EU Commission ponders setting a transaction limit on virtual currencies

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On the 23 January 2017, the EU Commission published a “Proposal for an EU initiative on restrictions on payments in cash”. This came in the form of an impact assessment into exploring the relevance of setting an upper limit on cash transactions. The aim of the proposal is to combat terrorist financing by extending the scope of Regulation (EC) No 1889/2005 with regards to the controls of cash both entering and exiting the EU.

In relation to cash payments, the Third AML Directive put in place know-your-customer (KYC) requirements for specific parties receiving transactions of €15,000 or more. This provision is now being supplanted by the Fourth AML Directive due to be fully implemented in June 2017 which reduces this amount to €10,000 or more.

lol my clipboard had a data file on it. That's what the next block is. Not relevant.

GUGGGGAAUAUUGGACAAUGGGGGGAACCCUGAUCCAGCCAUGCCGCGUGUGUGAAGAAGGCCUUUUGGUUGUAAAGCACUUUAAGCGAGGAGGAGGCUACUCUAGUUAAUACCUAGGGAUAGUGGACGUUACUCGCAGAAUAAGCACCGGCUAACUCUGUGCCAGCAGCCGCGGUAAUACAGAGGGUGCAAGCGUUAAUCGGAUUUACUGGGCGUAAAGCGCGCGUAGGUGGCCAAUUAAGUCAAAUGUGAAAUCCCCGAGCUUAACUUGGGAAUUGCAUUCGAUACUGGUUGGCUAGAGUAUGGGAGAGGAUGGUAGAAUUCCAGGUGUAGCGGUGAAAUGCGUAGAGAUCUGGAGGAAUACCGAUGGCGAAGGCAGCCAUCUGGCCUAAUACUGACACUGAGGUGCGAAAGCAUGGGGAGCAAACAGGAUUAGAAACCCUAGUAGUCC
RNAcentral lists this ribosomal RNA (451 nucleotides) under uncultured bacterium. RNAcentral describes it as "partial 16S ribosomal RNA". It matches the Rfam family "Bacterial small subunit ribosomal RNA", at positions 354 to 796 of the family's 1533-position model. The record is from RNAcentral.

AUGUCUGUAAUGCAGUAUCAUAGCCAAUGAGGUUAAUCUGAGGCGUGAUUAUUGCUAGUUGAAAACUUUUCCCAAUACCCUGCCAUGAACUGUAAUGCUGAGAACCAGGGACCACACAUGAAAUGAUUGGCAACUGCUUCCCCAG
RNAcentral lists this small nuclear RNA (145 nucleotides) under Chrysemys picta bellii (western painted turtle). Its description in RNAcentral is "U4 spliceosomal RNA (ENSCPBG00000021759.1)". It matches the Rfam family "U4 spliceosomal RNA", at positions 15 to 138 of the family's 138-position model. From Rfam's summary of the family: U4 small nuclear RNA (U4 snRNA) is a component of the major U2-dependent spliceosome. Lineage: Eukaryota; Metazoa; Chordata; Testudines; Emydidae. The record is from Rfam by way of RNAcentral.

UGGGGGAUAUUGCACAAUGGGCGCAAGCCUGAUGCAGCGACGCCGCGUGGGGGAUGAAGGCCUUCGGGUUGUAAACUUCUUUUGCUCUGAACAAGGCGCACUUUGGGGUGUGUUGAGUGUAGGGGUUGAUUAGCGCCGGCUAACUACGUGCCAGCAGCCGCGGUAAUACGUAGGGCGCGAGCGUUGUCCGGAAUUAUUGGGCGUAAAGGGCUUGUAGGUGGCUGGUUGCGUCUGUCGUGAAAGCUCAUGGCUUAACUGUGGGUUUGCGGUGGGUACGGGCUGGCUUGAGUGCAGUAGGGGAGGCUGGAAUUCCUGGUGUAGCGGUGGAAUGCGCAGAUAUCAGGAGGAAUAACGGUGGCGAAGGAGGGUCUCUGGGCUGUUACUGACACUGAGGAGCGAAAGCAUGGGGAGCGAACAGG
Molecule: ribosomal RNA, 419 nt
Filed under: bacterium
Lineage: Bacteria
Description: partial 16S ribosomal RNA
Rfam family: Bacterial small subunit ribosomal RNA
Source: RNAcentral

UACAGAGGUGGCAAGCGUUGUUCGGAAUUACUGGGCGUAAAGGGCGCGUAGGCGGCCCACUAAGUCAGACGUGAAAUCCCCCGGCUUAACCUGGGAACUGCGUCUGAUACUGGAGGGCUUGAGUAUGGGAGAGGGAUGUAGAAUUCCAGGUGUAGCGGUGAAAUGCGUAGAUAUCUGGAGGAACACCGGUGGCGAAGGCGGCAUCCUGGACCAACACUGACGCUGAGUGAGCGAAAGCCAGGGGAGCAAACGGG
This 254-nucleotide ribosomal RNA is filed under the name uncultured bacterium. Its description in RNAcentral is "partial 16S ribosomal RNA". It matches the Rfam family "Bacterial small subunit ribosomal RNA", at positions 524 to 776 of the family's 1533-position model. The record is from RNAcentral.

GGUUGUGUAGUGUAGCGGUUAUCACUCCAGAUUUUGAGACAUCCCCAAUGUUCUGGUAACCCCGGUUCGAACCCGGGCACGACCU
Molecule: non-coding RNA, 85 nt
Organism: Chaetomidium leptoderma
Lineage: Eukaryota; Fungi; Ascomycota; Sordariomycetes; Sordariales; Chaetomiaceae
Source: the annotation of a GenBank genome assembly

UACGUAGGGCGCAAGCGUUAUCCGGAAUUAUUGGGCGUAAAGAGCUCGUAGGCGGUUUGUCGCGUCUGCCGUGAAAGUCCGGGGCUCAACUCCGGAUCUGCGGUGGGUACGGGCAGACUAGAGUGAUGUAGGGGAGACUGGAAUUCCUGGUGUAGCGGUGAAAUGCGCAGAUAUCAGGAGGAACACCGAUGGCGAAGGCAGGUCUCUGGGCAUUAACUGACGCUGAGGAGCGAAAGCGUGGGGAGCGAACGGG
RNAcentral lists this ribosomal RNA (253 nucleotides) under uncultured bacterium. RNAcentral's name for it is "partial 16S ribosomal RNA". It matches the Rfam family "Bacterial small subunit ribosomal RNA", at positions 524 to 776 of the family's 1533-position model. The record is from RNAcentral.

The Proposal set out by the EU Commission also included virtual currencies such as Bitcoin as being part of the scope for setting a transaction limit. The main reason for this is due to the fact that one of the main issues with virtual currencies is their general anonymity. In fact, the Proposal stated that:

In view of the development of cryptocurrencies and the existence of other means of payments ensuring anonymity, an option could be to extend the restrictions to cash payments to all payments ensuring anonymity (cryptocurrencies, payment in kinds, etc.)

It would appear that in light of this suggestion, it is likely that KYC requirements will be imposed on parties receiving the equivalent of €10,000 or more in virtual currencies. As soon as more information becomes available this will be reflected on the Bitlegal World Tracker